“Zika the Shameful Face of Washington Dysfunction”
WASHINGTON — With Congress recessed for seven weeks, Congressman Vern Buchanan today said the failure to fund efforts to confront the deadly Zika virus has become the new face of Washington dysfunction.
“Washington’s failure to protect women and children from the devastating effects of the Zika virus is a national disgrace,” Buchanan said. “The health of thousands of lives are now at stake because Congress and the president could not overcome their political differences.”
Florida leads the country in the number of reported Zika cases. As of Thursday there were 293 cases, according to the Florida Department of Health. The Centers for Disease Control and Prevention reported there are 1,306 travel-related cases across the U.S.
“Congress has failed its primal duty to protect American lives,” Buchanan said. “Inevitably, more vulnerable pregnant mothers and newborns are now at risk because of partisan politics.”
Earlier this month, Senate Democrats voted to block a must-pass Zika funding bill previously approved by the U.S. House. The Senate brought up the bill again this week in a last ditch effort before Congress went home, however the funding was again blocked. As a result, no congressional action will be taken on the Zika emergency funding until after Sept. 5.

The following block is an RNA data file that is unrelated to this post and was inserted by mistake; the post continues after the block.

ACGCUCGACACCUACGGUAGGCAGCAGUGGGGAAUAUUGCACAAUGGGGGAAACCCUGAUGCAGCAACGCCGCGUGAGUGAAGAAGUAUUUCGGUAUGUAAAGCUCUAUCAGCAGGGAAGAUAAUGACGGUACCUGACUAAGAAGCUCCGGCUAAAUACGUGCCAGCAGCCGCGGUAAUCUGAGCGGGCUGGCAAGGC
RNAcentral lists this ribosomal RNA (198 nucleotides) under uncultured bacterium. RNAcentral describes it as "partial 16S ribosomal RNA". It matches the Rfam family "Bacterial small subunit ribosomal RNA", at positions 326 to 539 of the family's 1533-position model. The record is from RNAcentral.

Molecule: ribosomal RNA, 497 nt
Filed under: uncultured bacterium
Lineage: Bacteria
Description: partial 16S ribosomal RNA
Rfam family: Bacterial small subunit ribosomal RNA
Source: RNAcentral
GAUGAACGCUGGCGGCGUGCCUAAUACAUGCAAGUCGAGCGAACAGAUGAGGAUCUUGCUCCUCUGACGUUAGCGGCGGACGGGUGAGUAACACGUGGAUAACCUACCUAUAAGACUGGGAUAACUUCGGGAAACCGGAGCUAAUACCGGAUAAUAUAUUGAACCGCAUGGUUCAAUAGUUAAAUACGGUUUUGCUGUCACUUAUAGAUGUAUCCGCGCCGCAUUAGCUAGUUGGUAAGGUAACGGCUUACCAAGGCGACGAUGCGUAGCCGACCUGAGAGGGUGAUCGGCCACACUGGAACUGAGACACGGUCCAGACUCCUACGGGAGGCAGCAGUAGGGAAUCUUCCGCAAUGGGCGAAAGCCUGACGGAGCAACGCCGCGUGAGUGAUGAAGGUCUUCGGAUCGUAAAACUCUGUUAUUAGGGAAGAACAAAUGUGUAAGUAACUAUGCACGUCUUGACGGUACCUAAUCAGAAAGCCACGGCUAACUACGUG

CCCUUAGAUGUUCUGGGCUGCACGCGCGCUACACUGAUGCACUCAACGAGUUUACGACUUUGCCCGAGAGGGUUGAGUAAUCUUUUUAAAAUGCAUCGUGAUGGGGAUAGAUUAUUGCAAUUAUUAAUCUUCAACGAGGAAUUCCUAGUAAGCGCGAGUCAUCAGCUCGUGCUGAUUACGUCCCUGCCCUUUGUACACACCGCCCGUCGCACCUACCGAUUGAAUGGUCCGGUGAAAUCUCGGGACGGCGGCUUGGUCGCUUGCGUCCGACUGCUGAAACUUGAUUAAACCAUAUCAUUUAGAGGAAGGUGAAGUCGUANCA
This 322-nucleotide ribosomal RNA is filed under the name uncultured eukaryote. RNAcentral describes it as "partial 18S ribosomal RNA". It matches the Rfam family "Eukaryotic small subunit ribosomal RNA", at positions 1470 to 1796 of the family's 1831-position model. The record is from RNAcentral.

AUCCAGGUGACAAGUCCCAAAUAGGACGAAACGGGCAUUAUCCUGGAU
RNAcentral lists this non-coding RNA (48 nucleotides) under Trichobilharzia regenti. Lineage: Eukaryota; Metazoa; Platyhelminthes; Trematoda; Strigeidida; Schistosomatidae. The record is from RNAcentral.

“Congressional leaders as well as the president should have been working together to solve this impasse,” Buchanan said.
Buchanan has pushed for rapid and full emergency funding for the Zika response and has hosted multiple public health experts in meetings and public events in Florida and Washington to talk about the virus. He also wrote a letter to House and Senate leadership urging the Zika conferees provide the full amount of emergency funding requested by the Obama administration.
The Congressman was the first Republican in the U.S. House to support President Obama’s request for full funding to fight the Zika virus. The emergency funding will expand education, prevention, and mosquito control programs, improve diagnostics and testing, speed the development of a vaccine and boost research into the complications of contracting the virus.